Marcus Allen’s USC record for carries in a season(433 in 1981) is a big deal. So much so that it’s a record that will never be broken when you consider that it’s been 12 years since a tailback has even hit the halfway mark to the record. The game has evolved so much in 31 years that having just one every-down back isn’t feasible anymore, hence USC’s need for Penn State transfer Silas Redd.
With Redd in the backfield alongside Curtis McNeal, the Trojans now have two 1,000-yard rushers from a season ago, and they give Lane Kiffin the best one-two punch in the backfield since Reggie Bush and LenDale White trounced defenses in 2005.
Having two proven backs in the same backfield may be a pleasant luxury for the Trojans given the lack of a consistent rotation in the last seven years, but it’s a luxury that instantly makes the offense that much more potent.
In theory, Silas Redd comes to USC as the third down back and a guy that will pound the ball in the red zone, much like Allen Bradford and Marc Tyler were supposed to do in Kiffin’s first two years at the helm of Troy. The difference between Redd and those two however, is the experience.
Penn State had one of the worst quarterback duos in the nation a year ago, headlined by Matt McGloin’s team-high eight touchdown passes, and backup Rob Bolden’s 39 percent completion percentage. The Nittany Lions’ ineptness in the passing game forced eight men in the box on running downs and subsequently put Redd in a spot to work hard for all 1,241 yards he earned as a true sophomore.
That experience of playing with grit against stacked defensive packages gives Redd a leg up on McNeal and D.J. Morgan in pressure situations on third and short. However, unlike at Penn State, with the personnel the Trojans have at the skill positions, Kiffin’s playbook is wide open in short yardage situations and in the red zone, adding to the idea that on the whole, Redd and McNeal are very similar.
Unlike Bush and White, or even Joe McKnight and Stafon Johnson, having McNeal and Redd in the same backfield doesn’t immediately make them a ‘thunder and lightning’ package. Will they be a potent duo and the most talented in a while? Yes. But despite Redd’s insertion into the lineup in the red zone and on short yardage downs, the running styles of Redd and McNeal don’t have a contrast that can bear the ‘thunder and lightning’ name.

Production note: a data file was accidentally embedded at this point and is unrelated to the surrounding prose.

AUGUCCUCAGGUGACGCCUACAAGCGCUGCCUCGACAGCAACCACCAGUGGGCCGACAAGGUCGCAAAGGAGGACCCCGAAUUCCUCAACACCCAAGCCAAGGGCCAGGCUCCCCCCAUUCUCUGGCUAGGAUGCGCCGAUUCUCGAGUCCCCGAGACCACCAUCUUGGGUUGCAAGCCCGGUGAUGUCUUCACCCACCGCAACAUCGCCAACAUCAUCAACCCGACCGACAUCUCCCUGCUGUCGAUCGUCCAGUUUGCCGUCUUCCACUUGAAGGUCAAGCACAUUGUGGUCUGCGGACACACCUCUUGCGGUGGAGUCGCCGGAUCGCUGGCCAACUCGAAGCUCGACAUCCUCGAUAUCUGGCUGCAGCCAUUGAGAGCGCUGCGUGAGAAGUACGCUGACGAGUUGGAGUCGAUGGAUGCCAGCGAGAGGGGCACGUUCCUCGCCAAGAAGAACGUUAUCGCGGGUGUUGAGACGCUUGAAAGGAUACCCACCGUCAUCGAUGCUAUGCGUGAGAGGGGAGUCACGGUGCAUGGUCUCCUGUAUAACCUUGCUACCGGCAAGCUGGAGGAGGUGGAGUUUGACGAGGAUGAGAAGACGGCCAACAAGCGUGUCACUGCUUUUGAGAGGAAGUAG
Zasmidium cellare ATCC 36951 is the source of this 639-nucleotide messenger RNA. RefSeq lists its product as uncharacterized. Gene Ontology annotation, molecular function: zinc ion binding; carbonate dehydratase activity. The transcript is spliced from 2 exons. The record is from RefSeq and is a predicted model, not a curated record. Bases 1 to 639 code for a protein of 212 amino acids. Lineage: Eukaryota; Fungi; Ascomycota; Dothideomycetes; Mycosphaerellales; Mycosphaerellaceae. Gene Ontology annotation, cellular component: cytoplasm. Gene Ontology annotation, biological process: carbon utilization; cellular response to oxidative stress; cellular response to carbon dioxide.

If anything, they’re both lightning type backs, although both have more power than people given them credit for, as backs who are short in stature. The idea that Redd is a power back just doesn’t fit, and is only slightly plausible in comparision with McNeal, but again, neither of them have any sort of Broderick Green or Allen Bradford thump in them.
But despite their similar styles, as a duo they can still be extremely effective, if Lane Kiffin gets creative, which he typically does. Neither are pass-catching backs, as they combined for just 12 receptions in 2011, but they can play a big role in the passing game through the use of play-action.
Last year, when D.J. Morgan or George Farmer lined up in the backfield in the second half of the year, it was typically as a decoy. This year, with a two-pronged attack in the backfield, Kiffin won’t exactly need decoys, making the defense more susceptible to the play-action pass.
In 2005 under Kiffin, the Trojans were notorious for opening games with the pass and finishing them off on the ground. Considering that Marqise Lee was the catalyst for the rise in the running game a year ago, it’s conceivable that this version of the Lane Kiffin offense could very well play out like it did in 2005, with a passing game that sets up the run, and a running game that sets up the pass.
Despite the success of that dynamic in the latter part of the year last year, the Trojans really only had one consistent running back, as Marc Tyler had just 26 carries over the last five games. With two backs to keep defenses honest, the sky is the limit for the USC offense. The last time Lane Kiffin had an offense with a shot at having two 1,000-yard rushers and two 1,000-yard receivers in addition to a 3,000-yard passer, the Trojans fell just short of those numbers, though they averaged 49.1 points per game, and racked up nearly 600 yards of offense per game.
It all starts with having two proven running backs.